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Ventriculoperitoneal Shunts Attorney
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Ventriculoperitoneal shunts are catheters (tubes) that are placed into a brain ventricle (a hollow space in the brain) to drain the cerebrospinal fluid (CSF) into the abdomen. They are most commonly used as a treatment for hydrocephalus (a condition in which there is an excess of CSF in the brain, resulting in increased pressure inside the skull).
Ventriculoperitoneal shunts (VP Shunts) are a good solution, but they are not perfect. They must be continuously replaced. In infants, ventriculoperitoneal shunts must be replaced every two years because, with the growth of the young child, the shunts become too short to function properly. In older children and adults, ventriculoperitoneal shunts need to be replaced only every eight to ten years, unless they become clogged sooner.
Dangers of the operation
Large hematomas are common complications of surgeries aimed at inserting ventriculoperitoneal shunts. This is because the surgery involves inserting a metal rod that runs the shunt into the brain. It is nearly impossible to do this without some damage to the brain. Hematomas may go undetected for months after the surgical procedure.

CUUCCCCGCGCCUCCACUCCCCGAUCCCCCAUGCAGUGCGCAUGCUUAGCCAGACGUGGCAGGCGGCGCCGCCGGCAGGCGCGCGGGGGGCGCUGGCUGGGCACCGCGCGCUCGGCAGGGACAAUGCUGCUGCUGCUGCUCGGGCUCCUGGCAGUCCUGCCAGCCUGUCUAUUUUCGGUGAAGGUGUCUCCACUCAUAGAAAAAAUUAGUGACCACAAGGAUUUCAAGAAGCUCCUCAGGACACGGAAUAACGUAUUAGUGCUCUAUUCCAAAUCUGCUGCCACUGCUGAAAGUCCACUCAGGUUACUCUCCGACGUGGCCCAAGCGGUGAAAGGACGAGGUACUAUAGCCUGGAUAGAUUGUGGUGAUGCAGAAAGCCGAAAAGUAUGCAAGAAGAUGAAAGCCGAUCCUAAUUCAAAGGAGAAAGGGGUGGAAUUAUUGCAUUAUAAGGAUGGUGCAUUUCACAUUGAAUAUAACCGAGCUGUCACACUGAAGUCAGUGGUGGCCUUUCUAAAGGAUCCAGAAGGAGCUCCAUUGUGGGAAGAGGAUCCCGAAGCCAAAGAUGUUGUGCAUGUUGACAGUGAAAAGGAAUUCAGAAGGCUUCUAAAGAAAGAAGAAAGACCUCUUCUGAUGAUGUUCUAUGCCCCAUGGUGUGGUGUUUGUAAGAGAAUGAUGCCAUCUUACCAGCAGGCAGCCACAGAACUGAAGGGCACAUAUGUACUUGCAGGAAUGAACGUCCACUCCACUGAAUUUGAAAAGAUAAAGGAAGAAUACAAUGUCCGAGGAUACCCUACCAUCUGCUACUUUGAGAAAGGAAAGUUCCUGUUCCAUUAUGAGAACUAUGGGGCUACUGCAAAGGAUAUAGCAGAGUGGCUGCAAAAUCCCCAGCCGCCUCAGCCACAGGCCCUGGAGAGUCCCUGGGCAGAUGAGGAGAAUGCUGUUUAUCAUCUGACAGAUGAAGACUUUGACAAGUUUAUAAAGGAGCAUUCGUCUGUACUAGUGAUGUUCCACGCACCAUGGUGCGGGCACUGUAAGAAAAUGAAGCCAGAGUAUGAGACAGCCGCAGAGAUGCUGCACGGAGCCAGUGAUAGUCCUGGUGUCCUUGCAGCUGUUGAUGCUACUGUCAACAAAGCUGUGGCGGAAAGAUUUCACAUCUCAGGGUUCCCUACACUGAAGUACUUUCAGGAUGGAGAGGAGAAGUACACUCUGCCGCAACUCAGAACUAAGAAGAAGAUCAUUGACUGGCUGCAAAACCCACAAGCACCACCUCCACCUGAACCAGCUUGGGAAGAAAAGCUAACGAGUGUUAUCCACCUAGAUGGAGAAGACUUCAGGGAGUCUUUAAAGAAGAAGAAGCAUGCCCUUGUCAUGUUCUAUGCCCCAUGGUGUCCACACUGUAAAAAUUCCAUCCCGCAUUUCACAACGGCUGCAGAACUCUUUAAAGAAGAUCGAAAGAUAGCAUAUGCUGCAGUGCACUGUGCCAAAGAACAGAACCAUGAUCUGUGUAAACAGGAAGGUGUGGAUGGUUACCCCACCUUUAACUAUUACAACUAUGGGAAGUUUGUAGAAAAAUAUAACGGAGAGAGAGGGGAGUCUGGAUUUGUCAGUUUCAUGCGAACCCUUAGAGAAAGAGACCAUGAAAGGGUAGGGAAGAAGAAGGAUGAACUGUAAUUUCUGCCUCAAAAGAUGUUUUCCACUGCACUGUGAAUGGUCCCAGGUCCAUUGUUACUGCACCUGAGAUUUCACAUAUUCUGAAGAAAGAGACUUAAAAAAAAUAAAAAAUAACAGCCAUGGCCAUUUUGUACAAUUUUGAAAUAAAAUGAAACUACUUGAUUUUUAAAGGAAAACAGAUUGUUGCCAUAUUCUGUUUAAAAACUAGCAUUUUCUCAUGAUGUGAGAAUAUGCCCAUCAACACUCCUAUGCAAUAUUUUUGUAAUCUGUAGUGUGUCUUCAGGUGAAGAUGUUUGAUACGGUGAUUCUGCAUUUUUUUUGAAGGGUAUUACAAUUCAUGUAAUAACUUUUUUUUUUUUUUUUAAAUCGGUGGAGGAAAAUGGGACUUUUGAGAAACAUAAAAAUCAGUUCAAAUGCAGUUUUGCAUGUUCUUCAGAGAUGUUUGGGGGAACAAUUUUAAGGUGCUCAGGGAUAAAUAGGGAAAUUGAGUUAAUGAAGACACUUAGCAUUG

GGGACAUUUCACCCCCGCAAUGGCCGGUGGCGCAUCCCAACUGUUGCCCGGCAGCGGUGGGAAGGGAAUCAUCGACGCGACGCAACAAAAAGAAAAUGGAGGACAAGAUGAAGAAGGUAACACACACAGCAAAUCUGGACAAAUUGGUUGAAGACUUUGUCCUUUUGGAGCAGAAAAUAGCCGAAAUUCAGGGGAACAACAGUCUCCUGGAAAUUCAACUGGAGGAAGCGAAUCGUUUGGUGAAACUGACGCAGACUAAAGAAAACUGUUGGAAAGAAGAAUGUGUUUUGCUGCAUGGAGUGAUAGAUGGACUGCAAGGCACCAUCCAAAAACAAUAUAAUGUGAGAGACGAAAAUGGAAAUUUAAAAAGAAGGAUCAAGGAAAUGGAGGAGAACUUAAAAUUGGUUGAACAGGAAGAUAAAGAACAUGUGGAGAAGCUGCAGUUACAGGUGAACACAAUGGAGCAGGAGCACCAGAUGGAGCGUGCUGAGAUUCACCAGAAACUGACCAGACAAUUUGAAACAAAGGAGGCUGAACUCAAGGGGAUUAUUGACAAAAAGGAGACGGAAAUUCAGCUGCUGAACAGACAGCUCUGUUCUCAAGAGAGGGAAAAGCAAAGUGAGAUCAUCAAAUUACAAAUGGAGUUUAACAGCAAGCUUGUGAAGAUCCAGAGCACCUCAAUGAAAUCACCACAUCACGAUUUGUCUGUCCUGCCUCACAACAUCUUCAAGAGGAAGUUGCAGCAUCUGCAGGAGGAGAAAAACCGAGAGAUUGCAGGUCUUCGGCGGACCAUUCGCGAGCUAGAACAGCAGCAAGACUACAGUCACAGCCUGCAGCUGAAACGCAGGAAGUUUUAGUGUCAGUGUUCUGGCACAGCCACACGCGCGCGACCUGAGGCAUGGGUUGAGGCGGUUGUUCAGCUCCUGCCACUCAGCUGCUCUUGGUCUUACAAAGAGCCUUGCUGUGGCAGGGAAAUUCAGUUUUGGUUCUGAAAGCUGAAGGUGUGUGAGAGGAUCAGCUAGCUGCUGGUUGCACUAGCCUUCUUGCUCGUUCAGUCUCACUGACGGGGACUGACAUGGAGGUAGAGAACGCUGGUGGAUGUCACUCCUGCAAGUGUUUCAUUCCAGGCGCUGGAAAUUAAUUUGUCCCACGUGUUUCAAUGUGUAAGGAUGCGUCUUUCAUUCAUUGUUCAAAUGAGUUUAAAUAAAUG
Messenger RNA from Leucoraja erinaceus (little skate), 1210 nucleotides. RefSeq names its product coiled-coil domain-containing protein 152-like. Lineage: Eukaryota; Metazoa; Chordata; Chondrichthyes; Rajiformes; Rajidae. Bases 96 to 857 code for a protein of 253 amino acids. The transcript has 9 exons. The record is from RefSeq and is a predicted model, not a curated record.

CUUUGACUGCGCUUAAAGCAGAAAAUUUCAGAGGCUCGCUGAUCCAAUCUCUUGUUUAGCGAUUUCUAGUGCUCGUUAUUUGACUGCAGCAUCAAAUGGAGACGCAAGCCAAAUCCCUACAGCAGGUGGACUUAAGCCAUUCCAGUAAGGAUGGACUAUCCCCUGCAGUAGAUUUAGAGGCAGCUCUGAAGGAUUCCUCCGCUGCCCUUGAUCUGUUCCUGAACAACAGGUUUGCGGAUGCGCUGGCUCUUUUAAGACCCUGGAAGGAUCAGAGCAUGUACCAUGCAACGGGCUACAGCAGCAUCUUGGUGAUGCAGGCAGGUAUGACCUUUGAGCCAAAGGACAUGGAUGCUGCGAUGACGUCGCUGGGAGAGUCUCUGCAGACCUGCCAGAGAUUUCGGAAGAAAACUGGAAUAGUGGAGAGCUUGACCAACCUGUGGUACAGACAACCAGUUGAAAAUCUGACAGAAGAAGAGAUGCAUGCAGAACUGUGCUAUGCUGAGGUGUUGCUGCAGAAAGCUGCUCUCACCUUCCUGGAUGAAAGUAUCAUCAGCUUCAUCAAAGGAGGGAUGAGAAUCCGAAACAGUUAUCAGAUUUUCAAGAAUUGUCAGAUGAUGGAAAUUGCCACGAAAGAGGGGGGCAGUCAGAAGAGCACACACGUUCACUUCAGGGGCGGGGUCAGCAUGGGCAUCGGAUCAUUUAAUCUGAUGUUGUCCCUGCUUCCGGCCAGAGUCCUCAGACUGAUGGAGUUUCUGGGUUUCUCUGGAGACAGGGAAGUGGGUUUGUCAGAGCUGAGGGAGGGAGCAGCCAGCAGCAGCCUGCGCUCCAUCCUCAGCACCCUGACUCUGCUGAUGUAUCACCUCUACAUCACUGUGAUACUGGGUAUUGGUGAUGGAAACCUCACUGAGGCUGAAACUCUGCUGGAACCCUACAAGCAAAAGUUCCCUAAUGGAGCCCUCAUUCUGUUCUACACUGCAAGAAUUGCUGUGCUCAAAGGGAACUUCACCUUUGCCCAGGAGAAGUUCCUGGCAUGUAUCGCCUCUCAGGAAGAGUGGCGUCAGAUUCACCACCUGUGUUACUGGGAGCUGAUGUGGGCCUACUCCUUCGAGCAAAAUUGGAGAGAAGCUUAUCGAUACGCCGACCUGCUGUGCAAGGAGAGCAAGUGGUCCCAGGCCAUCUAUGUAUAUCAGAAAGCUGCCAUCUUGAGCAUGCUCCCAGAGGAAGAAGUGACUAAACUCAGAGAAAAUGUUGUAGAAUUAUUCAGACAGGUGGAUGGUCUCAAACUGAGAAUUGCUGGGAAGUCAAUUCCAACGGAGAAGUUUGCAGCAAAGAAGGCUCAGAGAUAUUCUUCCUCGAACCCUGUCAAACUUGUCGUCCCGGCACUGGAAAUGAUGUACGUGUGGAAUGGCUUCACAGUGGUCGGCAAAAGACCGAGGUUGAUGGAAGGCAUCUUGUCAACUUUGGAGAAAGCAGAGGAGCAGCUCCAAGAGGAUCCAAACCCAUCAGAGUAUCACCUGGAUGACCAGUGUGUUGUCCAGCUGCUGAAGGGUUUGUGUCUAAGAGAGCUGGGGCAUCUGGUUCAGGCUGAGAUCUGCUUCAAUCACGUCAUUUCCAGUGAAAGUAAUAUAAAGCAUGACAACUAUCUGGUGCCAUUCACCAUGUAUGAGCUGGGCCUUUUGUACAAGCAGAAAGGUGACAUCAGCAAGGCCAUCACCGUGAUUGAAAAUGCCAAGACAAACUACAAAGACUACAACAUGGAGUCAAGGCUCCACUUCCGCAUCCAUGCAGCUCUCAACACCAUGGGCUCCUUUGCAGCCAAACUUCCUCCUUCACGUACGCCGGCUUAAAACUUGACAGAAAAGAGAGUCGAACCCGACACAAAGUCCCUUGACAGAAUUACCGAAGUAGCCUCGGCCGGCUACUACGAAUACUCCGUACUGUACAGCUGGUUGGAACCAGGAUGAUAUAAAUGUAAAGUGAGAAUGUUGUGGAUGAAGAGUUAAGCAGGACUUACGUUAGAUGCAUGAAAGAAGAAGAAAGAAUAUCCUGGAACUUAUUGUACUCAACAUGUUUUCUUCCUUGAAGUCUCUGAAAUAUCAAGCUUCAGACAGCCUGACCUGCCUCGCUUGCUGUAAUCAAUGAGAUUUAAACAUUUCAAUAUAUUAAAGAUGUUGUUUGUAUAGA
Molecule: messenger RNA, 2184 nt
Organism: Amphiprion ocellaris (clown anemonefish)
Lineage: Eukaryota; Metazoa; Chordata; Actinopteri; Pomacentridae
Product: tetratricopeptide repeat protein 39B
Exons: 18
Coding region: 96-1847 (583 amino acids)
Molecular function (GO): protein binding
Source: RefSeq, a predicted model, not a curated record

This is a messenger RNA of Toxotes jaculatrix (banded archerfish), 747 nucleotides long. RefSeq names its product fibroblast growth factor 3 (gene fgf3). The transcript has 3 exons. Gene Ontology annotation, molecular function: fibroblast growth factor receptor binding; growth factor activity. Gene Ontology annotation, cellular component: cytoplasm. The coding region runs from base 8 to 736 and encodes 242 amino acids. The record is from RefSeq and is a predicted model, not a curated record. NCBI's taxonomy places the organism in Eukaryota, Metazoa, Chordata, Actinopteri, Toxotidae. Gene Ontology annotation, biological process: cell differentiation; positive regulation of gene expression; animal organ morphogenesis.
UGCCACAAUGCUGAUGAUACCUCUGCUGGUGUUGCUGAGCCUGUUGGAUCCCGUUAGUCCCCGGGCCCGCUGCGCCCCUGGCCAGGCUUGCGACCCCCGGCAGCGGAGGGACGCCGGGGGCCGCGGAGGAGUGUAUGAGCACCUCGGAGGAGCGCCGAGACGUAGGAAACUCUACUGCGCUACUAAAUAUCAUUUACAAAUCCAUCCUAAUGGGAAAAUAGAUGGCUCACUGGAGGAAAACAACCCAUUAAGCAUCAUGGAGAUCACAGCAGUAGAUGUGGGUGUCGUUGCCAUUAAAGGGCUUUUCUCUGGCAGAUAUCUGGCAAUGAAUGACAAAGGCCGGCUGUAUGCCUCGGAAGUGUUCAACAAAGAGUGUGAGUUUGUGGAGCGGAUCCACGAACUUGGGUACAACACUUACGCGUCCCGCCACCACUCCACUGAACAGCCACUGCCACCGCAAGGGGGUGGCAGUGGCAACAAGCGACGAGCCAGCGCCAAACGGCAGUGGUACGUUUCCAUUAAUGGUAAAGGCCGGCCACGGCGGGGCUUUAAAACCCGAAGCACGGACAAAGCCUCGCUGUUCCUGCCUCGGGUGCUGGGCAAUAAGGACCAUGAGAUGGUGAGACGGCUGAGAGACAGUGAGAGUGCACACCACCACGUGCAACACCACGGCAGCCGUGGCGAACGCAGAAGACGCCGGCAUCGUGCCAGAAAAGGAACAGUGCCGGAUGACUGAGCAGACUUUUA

Infection is also a risk of the operation. A foreign body is entering the body and thus, even with sterilization, bacteria are entering, as well.
In rare cases, patients die on the operating table when their doctors place burr holes (a small opening in the skull made with a surgical drill) too close to the midline. This often results in a large, uncontrollable hematoma.
If the ventriculoperitoneal shunt is placed in the wrong place in the brain, it can result in numbness, contralateral hemiparesis, and even paralysis.
The signs and symptoms of a shunt malfunction are:
- Increased blood pressure
- Increase in head circumference
- Cushings triad
- Bulging fontanel
- Macewanis sign
- Changes in gait
- Personality changes
- Neck pain
Living with a shunt can be difficult. Every fever, every vomiting episode, every headache, creates fear that the shunt has become blocked. Delay in unblocking a shunt can lead to severe damage or even death.
If you had a shunt placed because of negligently afflicted trauma, or because of a delay in diagnosing meningitis or other infection, we can help. With nearly thirty years of experience, the ventriculoperitoneal shunt attorney at GorenLaw has proven their dedication to defending their clients’ rights. We understand how serious it is to live with a shunt and have repeatedly obtained substantial compensation for our clients with a shunt. We have been designated as one of the nation’s “preeminent” law firms by Martindale-Hubbell. We have been listed in “Who’s Who in American Law” by Marquis, and our work for malpractice clients have gotten us to be considered one of the “Super Lawyers” listed by Law and Politics magazine. Let us use our experience, reputation and skills to help you.
If you or someone you love has suffered because of the mistakes of doctors, contact the Detroit ventriculoperitoneal shunt lawyers at GorenLaw for a consultation, free of charge!